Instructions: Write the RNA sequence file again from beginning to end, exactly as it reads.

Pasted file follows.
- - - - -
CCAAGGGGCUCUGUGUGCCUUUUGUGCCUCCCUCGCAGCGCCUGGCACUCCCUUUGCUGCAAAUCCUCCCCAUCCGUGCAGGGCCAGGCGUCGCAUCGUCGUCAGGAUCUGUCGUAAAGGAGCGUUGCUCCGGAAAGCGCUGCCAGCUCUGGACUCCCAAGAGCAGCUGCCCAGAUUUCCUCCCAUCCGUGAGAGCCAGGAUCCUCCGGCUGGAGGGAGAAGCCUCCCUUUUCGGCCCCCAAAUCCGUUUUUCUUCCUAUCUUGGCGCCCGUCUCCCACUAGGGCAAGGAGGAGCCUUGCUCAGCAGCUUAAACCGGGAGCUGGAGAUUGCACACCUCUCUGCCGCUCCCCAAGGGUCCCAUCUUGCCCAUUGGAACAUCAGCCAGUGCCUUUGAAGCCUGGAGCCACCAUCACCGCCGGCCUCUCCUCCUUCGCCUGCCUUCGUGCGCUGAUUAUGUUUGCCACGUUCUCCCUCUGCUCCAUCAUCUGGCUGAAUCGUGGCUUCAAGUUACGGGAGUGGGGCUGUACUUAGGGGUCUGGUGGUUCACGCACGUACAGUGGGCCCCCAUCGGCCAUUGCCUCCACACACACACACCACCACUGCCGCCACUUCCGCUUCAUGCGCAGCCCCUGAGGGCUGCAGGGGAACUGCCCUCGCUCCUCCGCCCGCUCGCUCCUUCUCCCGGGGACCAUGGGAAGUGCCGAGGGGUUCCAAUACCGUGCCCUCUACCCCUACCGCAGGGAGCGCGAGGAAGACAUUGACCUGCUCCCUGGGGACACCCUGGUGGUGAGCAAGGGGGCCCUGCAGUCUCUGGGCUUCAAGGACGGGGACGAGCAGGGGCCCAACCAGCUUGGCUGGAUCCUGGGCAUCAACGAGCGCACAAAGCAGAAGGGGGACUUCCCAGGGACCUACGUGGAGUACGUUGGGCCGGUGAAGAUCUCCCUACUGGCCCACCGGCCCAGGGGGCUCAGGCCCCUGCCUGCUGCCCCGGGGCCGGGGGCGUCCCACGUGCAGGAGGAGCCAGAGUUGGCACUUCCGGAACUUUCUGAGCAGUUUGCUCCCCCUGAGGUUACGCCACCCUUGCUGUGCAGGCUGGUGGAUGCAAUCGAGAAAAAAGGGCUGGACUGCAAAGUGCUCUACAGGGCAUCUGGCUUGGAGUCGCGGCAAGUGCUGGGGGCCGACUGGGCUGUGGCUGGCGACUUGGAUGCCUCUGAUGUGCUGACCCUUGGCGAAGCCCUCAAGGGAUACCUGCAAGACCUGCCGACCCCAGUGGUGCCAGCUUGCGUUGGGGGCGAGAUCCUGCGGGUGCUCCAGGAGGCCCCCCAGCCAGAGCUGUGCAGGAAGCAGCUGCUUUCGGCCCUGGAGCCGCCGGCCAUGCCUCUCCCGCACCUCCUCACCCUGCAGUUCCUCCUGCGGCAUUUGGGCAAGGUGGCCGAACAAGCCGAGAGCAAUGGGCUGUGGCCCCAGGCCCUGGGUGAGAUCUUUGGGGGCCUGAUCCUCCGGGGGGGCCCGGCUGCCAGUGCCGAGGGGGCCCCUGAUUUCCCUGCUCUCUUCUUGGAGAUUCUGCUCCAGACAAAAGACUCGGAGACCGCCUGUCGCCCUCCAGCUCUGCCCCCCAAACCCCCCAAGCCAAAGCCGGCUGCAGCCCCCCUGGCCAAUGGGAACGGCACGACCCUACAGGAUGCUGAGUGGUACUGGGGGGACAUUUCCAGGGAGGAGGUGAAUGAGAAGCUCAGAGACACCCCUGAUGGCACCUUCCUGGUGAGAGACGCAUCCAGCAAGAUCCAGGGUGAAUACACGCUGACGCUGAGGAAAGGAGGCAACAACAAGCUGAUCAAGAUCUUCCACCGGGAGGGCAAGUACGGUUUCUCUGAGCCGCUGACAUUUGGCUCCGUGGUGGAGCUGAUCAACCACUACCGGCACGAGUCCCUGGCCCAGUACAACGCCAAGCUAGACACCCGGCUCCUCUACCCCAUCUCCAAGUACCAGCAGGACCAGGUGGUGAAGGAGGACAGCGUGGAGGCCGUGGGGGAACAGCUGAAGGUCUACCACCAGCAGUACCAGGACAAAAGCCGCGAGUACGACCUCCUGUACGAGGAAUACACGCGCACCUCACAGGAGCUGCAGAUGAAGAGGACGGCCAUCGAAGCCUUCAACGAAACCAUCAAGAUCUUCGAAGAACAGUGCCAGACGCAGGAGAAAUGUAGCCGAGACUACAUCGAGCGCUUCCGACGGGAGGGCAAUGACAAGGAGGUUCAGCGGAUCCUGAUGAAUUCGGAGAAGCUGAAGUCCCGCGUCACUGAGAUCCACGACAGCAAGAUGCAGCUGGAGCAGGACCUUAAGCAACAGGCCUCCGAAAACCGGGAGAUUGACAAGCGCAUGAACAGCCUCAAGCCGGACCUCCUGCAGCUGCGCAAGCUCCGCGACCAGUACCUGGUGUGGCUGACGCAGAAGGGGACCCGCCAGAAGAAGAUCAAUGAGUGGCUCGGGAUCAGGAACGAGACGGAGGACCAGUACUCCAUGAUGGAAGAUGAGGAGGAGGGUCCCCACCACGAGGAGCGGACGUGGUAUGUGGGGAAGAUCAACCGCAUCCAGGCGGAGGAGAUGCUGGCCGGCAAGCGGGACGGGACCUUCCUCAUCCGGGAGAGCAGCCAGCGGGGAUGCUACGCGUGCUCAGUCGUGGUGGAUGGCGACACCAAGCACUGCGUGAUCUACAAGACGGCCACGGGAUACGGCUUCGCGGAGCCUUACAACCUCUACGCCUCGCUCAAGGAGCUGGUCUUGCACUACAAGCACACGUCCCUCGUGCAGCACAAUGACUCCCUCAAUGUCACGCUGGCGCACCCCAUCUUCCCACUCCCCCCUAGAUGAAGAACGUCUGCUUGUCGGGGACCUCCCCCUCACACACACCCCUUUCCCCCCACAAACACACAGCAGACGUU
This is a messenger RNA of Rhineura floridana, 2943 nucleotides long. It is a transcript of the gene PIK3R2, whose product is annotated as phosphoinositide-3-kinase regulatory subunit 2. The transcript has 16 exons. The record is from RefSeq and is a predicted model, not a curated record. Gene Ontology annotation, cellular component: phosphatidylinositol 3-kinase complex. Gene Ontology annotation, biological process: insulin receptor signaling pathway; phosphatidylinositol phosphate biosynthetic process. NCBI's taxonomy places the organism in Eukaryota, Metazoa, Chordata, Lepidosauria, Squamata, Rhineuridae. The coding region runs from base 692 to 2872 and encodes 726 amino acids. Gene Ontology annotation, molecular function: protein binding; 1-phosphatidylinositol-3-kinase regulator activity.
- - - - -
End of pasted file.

CCAAGGGGCUCUGUGUGCCUUUUGUGCCUCCCUCGCAGCGCCUGGCACUCCCUUUGCUGCAAAUCCUCCCCAUCCGUGCAGGGCCAGGCGUCGCAUCGUCGUCAGGAUCUGUCGUAAAGGAGCGUUGCUCCGGAAAGCGCUGCCAGCUCUGGACUCCCAAGAGCAGCUGCCCAGAUUUCCUCCCAUCCGUGAGAGCCAGGAUCCUCCGGCUGGAGGGAGAAGCCUCCCUUUUCGGCCCCCAAAUCCGUUUUUCUUCCUAUCUUGGCGCCCGUCUCCCACUAGGGCAAGGAGGAGCCUUGCUCAGCAGCUUAAACCGGGAGCUGGAGAUUGCACACCUCUCUGCCGCUCCCCAAGGGUCCCAUCUUGCCCAUUGGAACAUCAGCCAGUGCCUUUGAAGCCUGGAGCCACCAUCACCGCCGGCCUCUCCUCCUUCGCCUGCCUUCGUGCGCUGAUUAUGUUUGCCACGUUCUCCCUCUGCUCCAUCAUCUGGCUGAAUCGUGGCUUCAAGUUACGGGAGUGGGGCUGUACUUAGGGGUCUGGUGGUUCACGCACGUACAGUGGGCCCCCAUCGGCCAUUGCCUCCACACACACACACCACCACUGCCGCCACUUCCGCUUCAUGCGCAGCCCCUGAGGGCUGCAGGGGAACUGCCCUCGCUCCUCCGCCCGCUCGCUCCUUCUCCCGGGGACCAUGGGAAGUGCCGAGGGGUUCCAAUACCGUGCCCUCUACCCCUACCGCAGGGAGCGCGAGGAAGACAUUGACCUGCUCCCUGGGGACACCCUGGUGGUGAGCAAGGGGGCCCUGCAGUCUCUGGGCUUCAAGGACGGGGACGAGCAGGGGCCCAACCAGCUUGGCUGGAUCCUGGGCAUCAACGAGCGCACAAAGCAGAAGGGGGACUUCCCAGGGACCUACGUGGAGUACGUUGGGCCGGUGAAGAUCUCCCUACUGGCCCACCGGCCCAGGGGGCUCAGGCCCCUGCCUGCUGCCCCGGGGCCGGGGGCGUCCCACGUGCAGGAGGAGCCAGAGUUGGCACUUCCGGAACUUUCUGAGCAGUUUGCUCCCCCUGAGGUUACGCCACCCUUGCUGUGCAGGCUGGUGGAUGCAAUCGAGAAAAAAGGGCUGGACUGCAAAGUGCUCUACAGGGCAUCUGGCUUGGAGUCGCGGCAAGUGCUGGGGGCCGACUGGGCUGUGGCUGGCGACUUGGAUGCCUCUGAUGUGCUGACCCUUGGCGAAGCCCUCAAGGGAUACCUGCAAGACCUGCCGACCCCAGUGGUGCCAGCUUGCGUUGGGGGCGAGAUCCUGCGGGUGCUCCAGGAGGCCCCCCAGCCAGAGCUGUGCAGGAAGCAGCUGCUUUCGGCCCUGGAGCCGCCGGCCAUGCCUCUCCCGCACCUCCUCACCCUGCAGUUCCUCCUGCGGCAUUUGGGCAAGGUGGCCGAACAAGCCGAGAGCAAUGGGCUGUGGCCCCAGGCCCUGGGUGAGAUCUUUGGGGGCCUGAUCCUCCGGGGGGGCCCGGCUGCCAGUGCCGAGGGGGCCCCUGAUUUCCCUGCUCUCUUCUUGGAGAUUCUGCUCCAGACAAAAGACUCGGAGACCGCCUGUCGCCCUCCAGCUCUGCCCCCCAAACCCCCCAAGCCAAAGCCGGCUGCAGCCCCCCUGGCCAAUGGGAACGGCACGACCCUACAGGAUGCUGAGUGGUACUGGGGGGACAUUUCCAGGGAGGAGGUGAAUGAGAAGCUCAGAGACACCCCUGAUGGCACCUUCCUGGUGAGAGACGCAUCCAGCAAGAUCCAGGGUGAAUACACGCUGACGCUGAGGAAAGGAGGCAACAACAAGCUGAUCAAGAUCUUCCACCGGGAGGGCAAGUACGGUUUCUCUGAGCCGCUGACAUUUGGCUCCGUGGUGGAGCUGAUCAACCACUACCGGCACGAGUCCCUGGCCCAGUACAACGCCAAGCUAGACACCCGGCUCCUCUACCCCAUCUCCAAGUACCAGCAGGACCAGGUGGUGAAGGAGGACAGCGUGGAGGCCGUGGGGGAACAGCUGAAGGUCUACCACCAGCAGUACCAGGACAAAAGCCGCGAGUACGACCUCCUGUACGAGGAAUACACGCGCACCUCACAGGAGCUGCAGAUGAAGAGGACGGCCAUCGAAGCCUUCAACGAAACCAUCAAGAUCUUCGAAGAACAGUGCCAGACGCAGGAGAAAUGUAGCCGAGACUACAUCGAGCGCUUCCGACGGGAGGGCAAUGACAAGGAGGUUCAGCGGAUCCUGAUGAAUUCGGAGAAGCUGAAGUCCCGCGUCACUGAGAUCCACGACAGCAAGAUGCAGCUGGAGCAGGACCUUAAGCAACAGGCCUCCGAAAACCGGGAGAUUGACAAGCGCAUGAACAGCCUCAAGCCGGACCUCCUGCAGCUGCGCAAGCUCCGCGACCAGUACCUGGUGUGGCUGACGCAGAAGGGGACCCGCCAGAAGAAGAUCAAUGAGUGGCUCGGGAUCAGGAACGAGACGGAGGACCAGUACUCCAUGAUGGAAGAUGAGGAGGAGGGUCCCCACCACGAGGAGCGGACGUGGUAUGUGGGGAAGAUCAACCGCAUCCAGGCGGAGGAGAUGCUGGCCGGCAAGCGGGACGGGACCUUCCUCAUCCGGGAGAGCAGCCAGCGGGGAUGCUACGCGUGCUCAGUCGUGGUGGAUGGCGACACCAAGCACUGCGUGAUCUACAAGACGGCCACGGGAUACGGCUUCGCGGAGCCUUACAACCUCUACGCCUCGCUCAAGGAGCUGGUCUUGCACUACAAGCACACGUCCCUCGUGCAGCACAAUGACUCCCUCAAUGUCACGCUGGCGCACCCCAUCUUCCCACUCCCCCCUAGAUGAAGAACGUCUGCUUGUCGGGGACCUCCCCCUCACACACACCCCUUUCCCCCCACAAACACACAGCAGACGUU
This is a messenger RNA of Rhineura floridana, 2943 nucleotides long. It is a transcript of the gene PIK3R2, whose product is annotated as phosphoinositide-3-kinase regulatory subunit 2. The transcript has 16 exons. The record is from RefSeq and is a predicted model, not a curated record. Gene Ontology annotation, cellular component: phosphatidylinositol 3-kinase complex. Gene Ontology annotation, biological process: insulin receptor signaling pathway; phosphatidylinositol phosphate biosynthetic process. NCBI's taxonomy places the organism in Eukaryota, Metazoa, Chordata, Lepidosauria, Squamata, Rhineuridae. The coding region runs from base 692 to 2872 and encodes 726 amino acids. Gene Ontology annotation, molecular function: protein binding; 1-phosphatidylinositol-3-kinase regulator activity.